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Elizabeth Bennet's Excellent Adventure: A Pride and Prejudice Vagary Kindle Edition
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As Darcy tries to recover his life and his betrothed, Elizabeth plans a life of her own; a life that will put her onto a whole different path, a path that largely diverges from the life she has come to long for with Darcy.
Now in the seaside town of Portsmouth, which was quite an original setting for a JAFF story, Elizabeth spends time with some new friends, under the "protection" of another favorite Austen hero, (think Persuasion,) where she is forced to examine her feelings for Darcy and her real desires for her future. Once Darcy appears, the romance begins and we are treated to a lively battle of the suitors... The plot moves quickly, as Jeffers has thrown some nice surprises into this story!
Once the Lydia/Wickham troubles appear, we journey back to Longbourn, to learn how the lovers will resolve their dilemmas. Will Elizabeth and Darcy ever forgive each other for the shame they have brought into each other lives? Or will the consequences of Elizabeth's adventure be too sure to overcome for the couple?
This was a lovely, quick read, with interesting plot twists, in a setting I enjoyed sharing with Darcy and Elizabeth!
I did not think Darcy was portrayed in an unrealistic manner. Those who watched the movies and did not read the book don't understand that Ms. Jeffers's character development of Darcy is in line with Austen's original version of him. He was angry in Pride and Prejudice, and he's angry in this book. Above all, he is honorable, and Ms. Jeffers's way of writing him brings that to the forefront.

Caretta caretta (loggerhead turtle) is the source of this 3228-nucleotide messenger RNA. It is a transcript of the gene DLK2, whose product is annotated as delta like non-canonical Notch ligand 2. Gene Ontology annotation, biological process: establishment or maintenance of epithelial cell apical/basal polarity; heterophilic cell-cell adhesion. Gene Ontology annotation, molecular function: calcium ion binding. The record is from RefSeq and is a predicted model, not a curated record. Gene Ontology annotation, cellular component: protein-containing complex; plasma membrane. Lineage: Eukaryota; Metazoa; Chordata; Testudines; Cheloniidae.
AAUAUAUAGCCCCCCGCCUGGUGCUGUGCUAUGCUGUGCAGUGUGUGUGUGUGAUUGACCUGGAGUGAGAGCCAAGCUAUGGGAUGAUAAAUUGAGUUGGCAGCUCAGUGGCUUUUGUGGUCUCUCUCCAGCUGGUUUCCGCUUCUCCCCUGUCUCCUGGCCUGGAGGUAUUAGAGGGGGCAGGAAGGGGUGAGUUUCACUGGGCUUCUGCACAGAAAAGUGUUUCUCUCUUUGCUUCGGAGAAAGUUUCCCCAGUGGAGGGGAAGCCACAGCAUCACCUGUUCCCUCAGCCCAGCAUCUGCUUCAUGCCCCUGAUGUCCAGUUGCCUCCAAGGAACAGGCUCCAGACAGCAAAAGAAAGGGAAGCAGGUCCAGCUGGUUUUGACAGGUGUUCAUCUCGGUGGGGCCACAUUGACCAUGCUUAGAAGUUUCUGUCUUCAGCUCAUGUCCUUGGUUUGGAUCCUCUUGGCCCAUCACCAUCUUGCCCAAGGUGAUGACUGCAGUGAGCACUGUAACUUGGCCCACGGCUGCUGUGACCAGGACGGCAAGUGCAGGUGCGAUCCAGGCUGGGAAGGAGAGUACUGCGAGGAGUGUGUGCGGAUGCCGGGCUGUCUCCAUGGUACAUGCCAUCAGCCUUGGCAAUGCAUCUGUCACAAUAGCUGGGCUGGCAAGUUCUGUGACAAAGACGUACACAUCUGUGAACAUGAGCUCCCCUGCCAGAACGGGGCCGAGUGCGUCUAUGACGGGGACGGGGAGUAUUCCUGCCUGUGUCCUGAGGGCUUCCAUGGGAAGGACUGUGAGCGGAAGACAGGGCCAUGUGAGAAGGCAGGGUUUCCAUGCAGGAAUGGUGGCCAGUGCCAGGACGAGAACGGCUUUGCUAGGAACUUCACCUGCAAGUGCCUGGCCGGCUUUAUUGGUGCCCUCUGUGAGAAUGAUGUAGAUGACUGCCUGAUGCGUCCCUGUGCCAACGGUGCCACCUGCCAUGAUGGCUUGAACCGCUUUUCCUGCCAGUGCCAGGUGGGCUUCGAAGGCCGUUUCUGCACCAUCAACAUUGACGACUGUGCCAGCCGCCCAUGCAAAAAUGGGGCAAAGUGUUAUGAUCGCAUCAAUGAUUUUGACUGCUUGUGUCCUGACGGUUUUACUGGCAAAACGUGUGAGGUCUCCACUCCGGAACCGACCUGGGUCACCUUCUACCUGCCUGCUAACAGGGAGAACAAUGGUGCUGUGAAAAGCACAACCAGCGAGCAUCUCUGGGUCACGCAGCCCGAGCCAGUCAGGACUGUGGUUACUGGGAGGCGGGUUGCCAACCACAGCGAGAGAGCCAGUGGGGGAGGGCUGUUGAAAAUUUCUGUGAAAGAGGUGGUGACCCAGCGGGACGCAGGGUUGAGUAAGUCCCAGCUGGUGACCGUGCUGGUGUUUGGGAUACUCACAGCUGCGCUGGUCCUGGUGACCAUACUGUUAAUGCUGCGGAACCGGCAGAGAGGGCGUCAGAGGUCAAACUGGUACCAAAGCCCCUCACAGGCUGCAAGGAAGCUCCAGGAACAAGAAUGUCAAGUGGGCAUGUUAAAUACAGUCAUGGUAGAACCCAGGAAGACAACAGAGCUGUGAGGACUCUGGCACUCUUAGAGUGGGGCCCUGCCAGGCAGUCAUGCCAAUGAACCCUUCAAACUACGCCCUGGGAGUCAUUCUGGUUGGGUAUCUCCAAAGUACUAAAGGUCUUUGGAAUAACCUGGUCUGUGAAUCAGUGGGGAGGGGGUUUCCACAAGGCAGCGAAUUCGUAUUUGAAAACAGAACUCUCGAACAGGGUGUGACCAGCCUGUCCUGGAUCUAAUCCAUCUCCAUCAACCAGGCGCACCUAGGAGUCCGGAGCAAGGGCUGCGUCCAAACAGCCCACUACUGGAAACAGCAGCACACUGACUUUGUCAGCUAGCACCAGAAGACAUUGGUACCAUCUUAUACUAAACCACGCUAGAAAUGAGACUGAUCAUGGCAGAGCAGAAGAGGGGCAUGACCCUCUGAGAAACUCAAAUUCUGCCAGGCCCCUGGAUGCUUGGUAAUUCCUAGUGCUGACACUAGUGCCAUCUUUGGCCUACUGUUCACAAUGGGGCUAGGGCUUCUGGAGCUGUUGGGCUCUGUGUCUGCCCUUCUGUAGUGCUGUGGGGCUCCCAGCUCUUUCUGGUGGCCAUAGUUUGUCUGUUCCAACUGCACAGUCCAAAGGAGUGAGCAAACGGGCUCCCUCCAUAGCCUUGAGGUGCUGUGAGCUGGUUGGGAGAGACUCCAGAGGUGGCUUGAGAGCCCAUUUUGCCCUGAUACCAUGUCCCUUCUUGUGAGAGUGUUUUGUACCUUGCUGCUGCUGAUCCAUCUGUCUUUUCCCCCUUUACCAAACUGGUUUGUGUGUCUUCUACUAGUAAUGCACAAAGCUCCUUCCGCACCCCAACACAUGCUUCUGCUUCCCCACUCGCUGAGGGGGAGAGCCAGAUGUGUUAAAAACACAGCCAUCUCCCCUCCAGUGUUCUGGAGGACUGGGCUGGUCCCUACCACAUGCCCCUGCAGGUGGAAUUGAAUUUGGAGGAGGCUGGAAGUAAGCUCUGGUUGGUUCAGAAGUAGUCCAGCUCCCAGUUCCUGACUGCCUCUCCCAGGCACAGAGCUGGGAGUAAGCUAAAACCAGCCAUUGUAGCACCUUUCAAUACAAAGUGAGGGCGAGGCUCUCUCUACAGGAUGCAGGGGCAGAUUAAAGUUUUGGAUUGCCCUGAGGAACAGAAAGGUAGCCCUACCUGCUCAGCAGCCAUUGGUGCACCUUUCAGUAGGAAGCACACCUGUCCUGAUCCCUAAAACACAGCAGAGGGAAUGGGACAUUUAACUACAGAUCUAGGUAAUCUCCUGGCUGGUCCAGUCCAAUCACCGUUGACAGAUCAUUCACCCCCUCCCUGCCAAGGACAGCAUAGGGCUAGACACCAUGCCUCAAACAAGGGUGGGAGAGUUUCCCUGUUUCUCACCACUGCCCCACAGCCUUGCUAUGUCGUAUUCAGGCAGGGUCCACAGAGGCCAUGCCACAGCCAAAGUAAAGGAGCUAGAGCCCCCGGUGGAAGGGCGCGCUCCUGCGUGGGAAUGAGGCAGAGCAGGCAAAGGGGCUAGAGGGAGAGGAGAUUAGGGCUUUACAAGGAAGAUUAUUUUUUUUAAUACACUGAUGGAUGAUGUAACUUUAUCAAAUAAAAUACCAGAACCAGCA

I really like the inclusion of Frederick Wentworth before he makes his fortune, just after he is rejected by Anne. The Harvilles and Benwick are portrayed as well.
I read the book straight through, and I enjoyed every minute of it. It's a clean read. It is patently obvious that Darcy and Elizabeth love each other, and there are a few stolen kisses, but Ms. Jeffers does not denigrate the original characters by having them engage in sex before marriage. After they're married, Ms. Jeffers provides romance, but closes the door on the private aspects of the relationship.
Elizabeth Bennet's Excellent Adventure is an excellent read.
I am on a roll reading some of Regina Jeffers’ books as she has some on sale this month in honor of Mothers’ Day. I had read 7 of her books previously so have come to know that I can just about bet on my awarding her books a high star value in knowing of her skills. (One of my recent buys was however a disappointment but that is only one vs. the seven of higher enjoyment.)
As the book description tells us we start off in Kent where Elizabeth has rejected Darcy’s ignominious proposal. Darcy’s reaction here is to write, not one, but three letters. The first is committed to the fire as it contains vile abuses of Wickham in reaction to Elizabeth’s defense of that man. The second is more on the line of a love letter, but that too is not to be sent. It is more to put it all down on paper and to then cleanse his soul of those passions. The third letter is the one of which canon tells us. But as he has his valet pack things to leave after his “walk” things are not placed where they are intended…so Elizabeth receives not a letter explaining why he acted as he did for Bingley’s sake nor the truth about Wickham but one pouring out the depths of his esteem.